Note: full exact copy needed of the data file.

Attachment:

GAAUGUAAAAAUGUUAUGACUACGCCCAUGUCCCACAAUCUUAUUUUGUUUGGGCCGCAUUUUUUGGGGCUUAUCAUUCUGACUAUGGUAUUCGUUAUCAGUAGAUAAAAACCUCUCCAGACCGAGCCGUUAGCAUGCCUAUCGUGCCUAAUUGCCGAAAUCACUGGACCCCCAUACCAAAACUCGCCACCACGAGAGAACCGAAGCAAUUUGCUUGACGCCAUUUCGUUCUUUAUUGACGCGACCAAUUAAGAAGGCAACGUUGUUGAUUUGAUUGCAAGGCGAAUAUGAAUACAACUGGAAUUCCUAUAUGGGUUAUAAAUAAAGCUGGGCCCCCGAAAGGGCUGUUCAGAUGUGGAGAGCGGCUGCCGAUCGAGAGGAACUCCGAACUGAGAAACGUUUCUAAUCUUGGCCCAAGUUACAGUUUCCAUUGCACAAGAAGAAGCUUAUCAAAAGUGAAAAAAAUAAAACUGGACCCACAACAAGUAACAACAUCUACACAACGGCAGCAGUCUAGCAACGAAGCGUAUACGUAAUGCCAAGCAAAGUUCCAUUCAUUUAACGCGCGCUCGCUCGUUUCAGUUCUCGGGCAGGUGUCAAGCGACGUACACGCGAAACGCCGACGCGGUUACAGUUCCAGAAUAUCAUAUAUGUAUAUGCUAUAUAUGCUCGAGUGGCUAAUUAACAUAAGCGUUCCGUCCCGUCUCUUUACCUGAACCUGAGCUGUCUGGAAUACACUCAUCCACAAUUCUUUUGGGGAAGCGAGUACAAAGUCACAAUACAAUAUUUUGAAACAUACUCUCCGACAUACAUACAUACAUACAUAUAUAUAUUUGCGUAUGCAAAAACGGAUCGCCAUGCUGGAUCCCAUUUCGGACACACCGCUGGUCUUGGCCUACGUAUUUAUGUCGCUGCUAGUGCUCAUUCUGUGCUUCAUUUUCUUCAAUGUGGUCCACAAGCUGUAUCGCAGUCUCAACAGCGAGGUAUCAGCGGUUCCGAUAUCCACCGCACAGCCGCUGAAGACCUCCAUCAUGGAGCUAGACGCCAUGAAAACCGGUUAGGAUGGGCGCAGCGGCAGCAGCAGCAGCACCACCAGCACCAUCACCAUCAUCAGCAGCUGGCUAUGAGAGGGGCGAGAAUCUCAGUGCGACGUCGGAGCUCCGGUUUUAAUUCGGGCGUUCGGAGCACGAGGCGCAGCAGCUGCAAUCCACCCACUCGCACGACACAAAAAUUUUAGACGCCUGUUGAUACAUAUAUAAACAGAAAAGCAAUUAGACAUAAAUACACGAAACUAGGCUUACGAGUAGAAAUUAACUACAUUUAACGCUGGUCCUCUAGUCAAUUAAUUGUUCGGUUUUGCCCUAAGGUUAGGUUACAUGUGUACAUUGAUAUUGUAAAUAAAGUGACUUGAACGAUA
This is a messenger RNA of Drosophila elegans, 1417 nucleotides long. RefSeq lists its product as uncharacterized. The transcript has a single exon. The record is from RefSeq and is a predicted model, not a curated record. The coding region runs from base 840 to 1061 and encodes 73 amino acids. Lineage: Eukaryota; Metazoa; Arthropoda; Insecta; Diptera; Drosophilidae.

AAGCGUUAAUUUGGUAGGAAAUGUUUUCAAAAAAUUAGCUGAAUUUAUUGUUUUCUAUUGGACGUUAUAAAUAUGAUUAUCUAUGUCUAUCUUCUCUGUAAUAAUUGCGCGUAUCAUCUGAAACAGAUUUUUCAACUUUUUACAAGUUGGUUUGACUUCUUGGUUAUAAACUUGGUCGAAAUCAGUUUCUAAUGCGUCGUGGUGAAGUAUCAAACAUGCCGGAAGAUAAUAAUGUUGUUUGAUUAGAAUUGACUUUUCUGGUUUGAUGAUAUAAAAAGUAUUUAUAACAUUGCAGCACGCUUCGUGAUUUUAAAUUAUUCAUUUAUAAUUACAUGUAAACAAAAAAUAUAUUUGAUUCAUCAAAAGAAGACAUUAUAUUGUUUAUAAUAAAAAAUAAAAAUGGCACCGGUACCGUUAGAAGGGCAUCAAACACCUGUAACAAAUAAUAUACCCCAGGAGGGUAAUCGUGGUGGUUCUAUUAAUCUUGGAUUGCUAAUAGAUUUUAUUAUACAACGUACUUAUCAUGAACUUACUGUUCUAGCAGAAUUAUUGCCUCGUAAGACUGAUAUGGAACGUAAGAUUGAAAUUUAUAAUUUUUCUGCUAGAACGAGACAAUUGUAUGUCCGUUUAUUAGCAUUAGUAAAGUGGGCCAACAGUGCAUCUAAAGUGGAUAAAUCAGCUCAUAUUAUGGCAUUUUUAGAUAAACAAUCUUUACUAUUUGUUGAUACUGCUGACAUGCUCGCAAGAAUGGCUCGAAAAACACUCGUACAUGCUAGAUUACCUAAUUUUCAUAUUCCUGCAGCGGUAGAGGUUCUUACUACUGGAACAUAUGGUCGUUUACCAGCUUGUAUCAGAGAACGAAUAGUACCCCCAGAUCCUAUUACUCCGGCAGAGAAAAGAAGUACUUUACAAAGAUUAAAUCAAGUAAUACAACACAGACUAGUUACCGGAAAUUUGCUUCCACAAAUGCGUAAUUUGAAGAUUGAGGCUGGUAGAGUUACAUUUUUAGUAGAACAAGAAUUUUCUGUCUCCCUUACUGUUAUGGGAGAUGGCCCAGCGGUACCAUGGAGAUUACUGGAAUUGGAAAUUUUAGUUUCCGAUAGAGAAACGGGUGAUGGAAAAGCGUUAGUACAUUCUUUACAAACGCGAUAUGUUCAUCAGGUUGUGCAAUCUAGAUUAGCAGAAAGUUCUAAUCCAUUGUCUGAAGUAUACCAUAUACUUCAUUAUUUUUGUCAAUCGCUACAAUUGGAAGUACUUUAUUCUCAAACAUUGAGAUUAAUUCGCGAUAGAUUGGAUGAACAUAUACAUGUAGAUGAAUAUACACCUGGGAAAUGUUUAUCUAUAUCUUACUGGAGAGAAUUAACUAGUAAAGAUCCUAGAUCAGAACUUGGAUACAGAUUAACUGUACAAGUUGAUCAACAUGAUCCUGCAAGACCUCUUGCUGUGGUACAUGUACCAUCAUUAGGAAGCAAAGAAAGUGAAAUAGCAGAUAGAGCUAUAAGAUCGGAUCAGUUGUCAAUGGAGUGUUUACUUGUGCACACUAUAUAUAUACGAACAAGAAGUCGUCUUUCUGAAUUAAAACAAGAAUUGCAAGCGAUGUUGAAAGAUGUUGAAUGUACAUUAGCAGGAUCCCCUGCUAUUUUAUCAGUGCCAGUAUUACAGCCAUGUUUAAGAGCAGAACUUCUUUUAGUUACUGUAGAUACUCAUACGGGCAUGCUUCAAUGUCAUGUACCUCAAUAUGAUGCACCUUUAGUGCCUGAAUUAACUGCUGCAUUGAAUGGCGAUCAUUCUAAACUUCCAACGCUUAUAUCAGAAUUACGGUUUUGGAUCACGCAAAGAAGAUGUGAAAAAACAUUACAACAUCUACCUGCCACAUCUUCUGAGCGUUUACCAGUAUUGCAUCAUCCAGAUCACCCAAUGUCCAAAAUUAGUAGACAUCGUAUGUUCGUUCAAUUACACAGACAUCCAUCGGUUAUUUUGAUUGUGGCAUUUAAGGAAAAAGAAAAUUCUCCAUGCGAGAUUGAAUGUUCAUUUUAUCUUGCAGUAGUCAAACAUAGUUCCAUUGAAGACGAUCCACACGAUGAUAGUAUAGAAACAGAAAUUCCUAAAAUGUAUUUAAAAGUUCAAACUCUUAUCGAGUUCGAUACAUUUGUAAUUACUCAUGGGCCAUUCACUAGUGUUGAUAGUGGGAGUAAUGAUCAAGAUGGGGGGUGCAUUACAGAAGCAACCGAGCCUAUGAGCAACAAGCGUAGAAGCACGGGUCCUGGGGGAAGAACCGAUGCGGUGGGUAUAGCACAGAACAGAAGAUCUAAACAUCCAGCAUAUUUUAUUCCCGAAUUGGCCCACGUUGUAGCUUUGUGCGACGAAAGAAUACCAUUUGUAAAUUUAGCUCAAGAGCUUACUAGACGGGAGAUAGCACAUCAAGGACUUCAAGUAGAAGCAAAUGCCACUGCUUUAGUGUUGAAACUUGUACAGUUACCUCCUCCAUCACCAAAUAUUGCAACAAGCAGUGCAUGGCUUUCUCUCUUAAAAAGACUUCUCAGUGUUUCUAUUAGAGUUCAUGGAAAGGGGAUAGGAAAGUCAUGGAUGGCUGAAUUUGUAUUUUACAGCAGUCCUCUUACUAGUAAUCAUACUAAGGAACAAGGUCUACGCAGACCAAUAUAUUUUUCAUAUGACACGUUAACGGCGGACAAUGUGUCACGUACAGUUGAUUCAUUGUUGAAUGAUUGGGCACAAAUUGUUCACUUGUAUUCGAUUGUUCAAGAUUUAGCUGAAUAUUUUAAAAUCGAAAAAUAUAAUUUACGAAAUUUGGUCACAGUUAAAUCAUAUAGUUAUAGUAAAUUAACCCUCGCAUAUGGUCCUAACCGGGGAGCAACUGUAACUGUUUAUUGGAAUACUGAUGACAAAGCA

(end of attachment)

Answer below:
GAAUGUAAAAAUGUUAUGACUACGCCCAUGUCCCACAAUCUUAUUUUGUUUGGGCCGCAUUUUUUGGGGCUUAUCAUUCUGACUAUGGUAUUCGUUAUCAGUAGAUAAAAACCUCUCCAGACCGAGCCGUUAGCAUGCCUAUCGUGCCUAAUUGCCGAAAUCACUGGACCCCCAUACCAAAACUCGCCACCACGAGAGAACCGAAGCAAUUUGCUUGACGCCAUUUCGUUCUUUAUUGACGCGACCAAUUAAGAAGGCAACGUUGUUGAUUUGAUUGCAAGGCGAAUAUGAAUACAACUGGAAUUCCUAUAUGGGUUAUAAAUAAAGCUGGGCCCCCGAAAGGGCUGUUCAGAUGUGGAGAGCGGCUGCCGAUCGAGAGGAACUCCGAACUGAGAAACGUUUCUAAUCUUGGCCCAAGUUACAGUUUCCAUUGCACAAGAAGAAGCUUAUCAAAAGUGAAAAAAAUAAAACUGGACCCACAACAAGUAACAACAUCUACACAACGGCAGCAGUCUAGCAACGAAGCGUAUACGUAAUGCCAAGCAAAGUUCCAUUCAUUUAACGCGCGCUCGCUCGUUUCAGUUCUCGGGCAGGUGUCAAGCGACGUACACGCGAAACGCCGACGCGGUUACAGUUCCAGAAUAUCAUAUAUGUAUAUGCUAUAUAUGCUCGAGUGGCUAAUUAACAUAAGCGUUCCGUCCCGUCUCUUUACCUGAACCUGAGCUGUCUGGAAUACACUCAUCCACAAUUCUUUUGGGGAAGCGAGUACAAAGUCACAAUACAAUAUUUUGAAACAUACUCUCCGACAUACAUACAUACAUACAUAUAUAUAUUUGCGUAUGCAAAAACGGAUCGCCAUGCUGGAUCCCAUUUCGGACACACCGCUGGUCUUGGCCUACGUAUUUAUGUCGCUGCUAGUGCUCAUUCUGUGCUUCAUUUUCUUCAAUGUGGUCCACAAGCUGUAUCGCAGUCUCAACAGCGAGGUAUCAGCGGUUCCGAUAUCCACCGCACAGCCGCUGAAGACCUCCAUCAUGGAGCUAGACGCCAUGAAAACCGGUUAGGAUGGGCGCAGCGGCAGCAGCAGCAGCACCACCAGCACCAUCACCAUCAUCAGCAGCUGGCUAUGAGAGGGGCGAGAAUCUCAGUGCGACGUCGGAGCUCCGGUUUUAAUUCGGGCGUUCGGAGCACGAGGCGCAGCAGCUGCAAUCCACCCACUCGCACGACACAAAAAUUUUAGACGCCUGUUGAUACAUAUAUAAACAGAAAAGCAAUUAGACAUAAAUACACGAAACUAGGCUUACGAGUAGAAAUUAACUACAUUUAACGCUGGUCCUCUAGUCAAUUAAUUGUUCGGUUUUGCCCUAAGGUUAGGUUACAUGUGUACAUUGAUAUUGUAAAUAAAGUGACUUGAACGAUA
This is a messenger RNA of Drosophila elegans, 1417 nucleotides long. RefSeq lists its product as uncharacterized. The transcript has a single exon. The record is from RefSeq and is a predicted model, not a curated record. The coding region runs from base 840 to 1061 and encodes 73 amino acids. Lineage: Eukaryota; Metazoa; Arthropoda; Insecta; Diptera; Drosophilidae.

AAGCGUUAAUUUGGUAGGAAAUGUUUUCAAAAAAUUAGCUGAAUUUAUUGUUUUCUAUUGGACGUUAUAAAUAUGAUUAUCUAUGUCUAUCUUCUCUGUAAUAAUUGCGCGUAUCAUCUGAAACAGAUUUUUCAACUUUUUACAAGUUGGUUUGACUUCUUGGUUAUAAACUUGGUCGAAAUCAGUUUCUAAUGCGUCGUGGUGAAGUAUCAAACAUGCCGGAAGAUAAUAAUGUUGUUUGAUUAGAAUUGACUUUUCUGGUUUGAUGAUAUAAAAAGUAUUUAUAACAUUGCAGCACGCUUCGUGAUUUUAAAUUAUUCAUUUAUAAUUACAUGUAAACAAAAAAUAUAUUUGAUUCAUCAAAAGAAGACAUUAUAUUGUUUAUAAUAAAAAAUAAAAAUGGCACCGGUACCGUUAGAAGGGCAUCAAACACCUGUAACAAAUAAUAUACCCCAGGAGGGUAAUCGUGGUGGUUCUAUUAAUCUUGGAUUGCUAAUAGAUUUUAUUAUACAACGUACUUAUCAUGAACUUACUGUUCUAGCAGAAUUAUUGCCUCGUAAGACUGAUAUGGAACGUAAGAUUGAAAUUUAUAAUUUUUCUGCUAGAACGAGACAAUUGUAUGUCCGUUUAUUAGCAUUAGUAAAGUGGGCCAACAGUGCAUCUAAAGUGGAUAAAUCAGCUCAUAUUAUGGCAUUUUUAGAUAAACAAUCUUUACUAUUUGUUGAUACUGCUGACAUGCUCGCAAGAAUGGCUCGAAAAACACUCGUACAUGCUAGAUUACCUAAUUUUCAUAUUCCUGCAGCGGUAGAGGUUCUUACUACUGGAACAUAUGGUCGUUUACCAGCUUGUAUCAGAGAACGAAUAGUACCCCCAGAUCCUAUUACUCCGGCAGAGAAAAGAAGUACUUUACAAAGAUUAAAUCAAGUAAUACAACACAGACUAGUUACCGGAAAUUUGCUUCCACAAAUGCGUAAUUUGAAGAUUGAGGCUGGUAGAGUUACAUUUUUAGUAGAACAAGAAUUUUCUGUCUCCCUUACUGUUAUGGGAGAUGGCCCAGCGGUACCAUGGAGAUUACUGGAAUUGGAAAUUUUAGUUUCCGAUAGAGAAACGGGUGAUGGAAAAGCGUUAGUACAUUCUUUACAAACGCGAUAUGUUCAUCAGGUUGUGCAAUCUAGAUUAGCAGAAAGUUCUAAUCCAUUGUCUGAAGUAUACCAUAUACUUCAUUAUUUUUGUCAAUCGCUACAAUUGGAAGUACUUUAUUCUCAAACAUUGAGAUUAAUUCGCGAUAGAUUGGAUGAACAUAUACAUGUAGAUGAAUAUACACCUGGGAAAUGUUUAUCUAUAUCUUACUGGAGAGAAUUAACUAGUAAAGAUCCUAGAUCAGAACUUGGAUACAGAUUAACUGUACAAGUUGAUCAACAUGAUCCUGCAAGACCUCUUGCUGUGGUACAUGUACCAUCAUUAGGAAGCAAAGAAAGUGAAAUAGCAGAUAGAGCUAUAAGAUCGGAUCAGUUGUCAAUGGAGUGUUUACUUGUGCACACUAUAUAUAUACGAACAAGAAGUCGUCUUUCUGAAUUAAAACAAGAAUUGCAAGCGAUGUUGAAAGAUGUUGAAUGUACAUUAGCAGGAUCCCCUGCUAUUUUAUCAGUGCCAGUAUUACAGCCAUGUUUAAGAGCAGAACUUCUUUUAGUUACUGUAGAUACUCAUACGGGCAUGCUUCAAUGUCAUGUACCUCAAUAUGAUGCACCUUUAGUGCCUGAAUUAACUGCUGCAUUGAAUGGCGAUCAUUCUAAACUUCCAACGCUUAUAUCAGAAUUACGGUUUUGGAUCACGCAAAGAAGAUGUGAAAAAACAUUACAACAUCUACCUGCCACAUCUUCUGAGCGUUUACCAGUAUUGCAUCAUCCAGAUCACCCAAUGUCCAAAAUUAGUAGACAUCGUAUGUUCGUUCAAUUACACAGACAUCCAUCGGUUAUUUUGAUUGUGGCAUUUAAGGAAAAAGAAAAUUCUCCAUGCGAGAUUGAAUGUUCAUUUUAUCUUGCAGUAGUCAAACAUAGUUCCAUUGAAGACGAUCCACACGAUGAUAGUAUAGAAACAGAAAUUCCUAAAAUGUAUUUAAAAGUUCAAACUCUUAUCGAGUUCGAUACAUUUGUAAUUACUCAUGGGCCAUUCACUAGUGUUGAUAGUGGGAGUAAUGAUCAAGAUGGGGGGUGCAUUACAGAAGCAACCGAGCCUAUGAGCAACAAGCGUAGAAGCACGGGUCCUGGGGGAAGAACCGAUGCGGUGGGUAUAGCACAGAACAGAAGAUCUAAACAUCCAGCAUAUUUUAUUCCCGAAUUGGCCCACGUUGUAGCUUUGUGCGACGAAAGAAUACCAUUUGUAAAUUUAGCUCAAGAGCUUACUAGACGGGAGAUAGCACAUCAAGGACUUCAAGUAGAAGCAAAUGCCACUGCUUUAGUGUUGAAACUUGUACAGUUACCUCCUCCAUCACCAAAUAUUGCAACAAGCAGUGCAUGGCUUUCUCUCUUAAAAAGACUUCUCAGUGUUUCUAUUAGAGUUCAUGGAAAGGGGAUAGGAAAGUCAUGGAUGGCUGAAUUUGUAUUUUACAGCAGUCCUCUUACUAGUAAUCAUACUAAGGAACAAGGUCUACGCAGACCAAUAUAUUUUUCAUAUGACACGUUAACGGCGGACAAUGUGUCACGUACAGUUGAUUCAUUGUUGAAUGAUUGGGCACAAAUUGUUCACUUGUAUUCGAUUGUUCAAGAUUUAGCUGAAUAUUUUAAAAUCGAAAAAUAUAAUUUACGAAAUUUGGUCACAGUUAAAUCAUAUAGUUAUAGUAAAUUAACCCUCGCAUAUGGUCCUAACCGGGGAGCAACUGUAACUGUUUAUUGGAAUACUGAUGACAAAGCA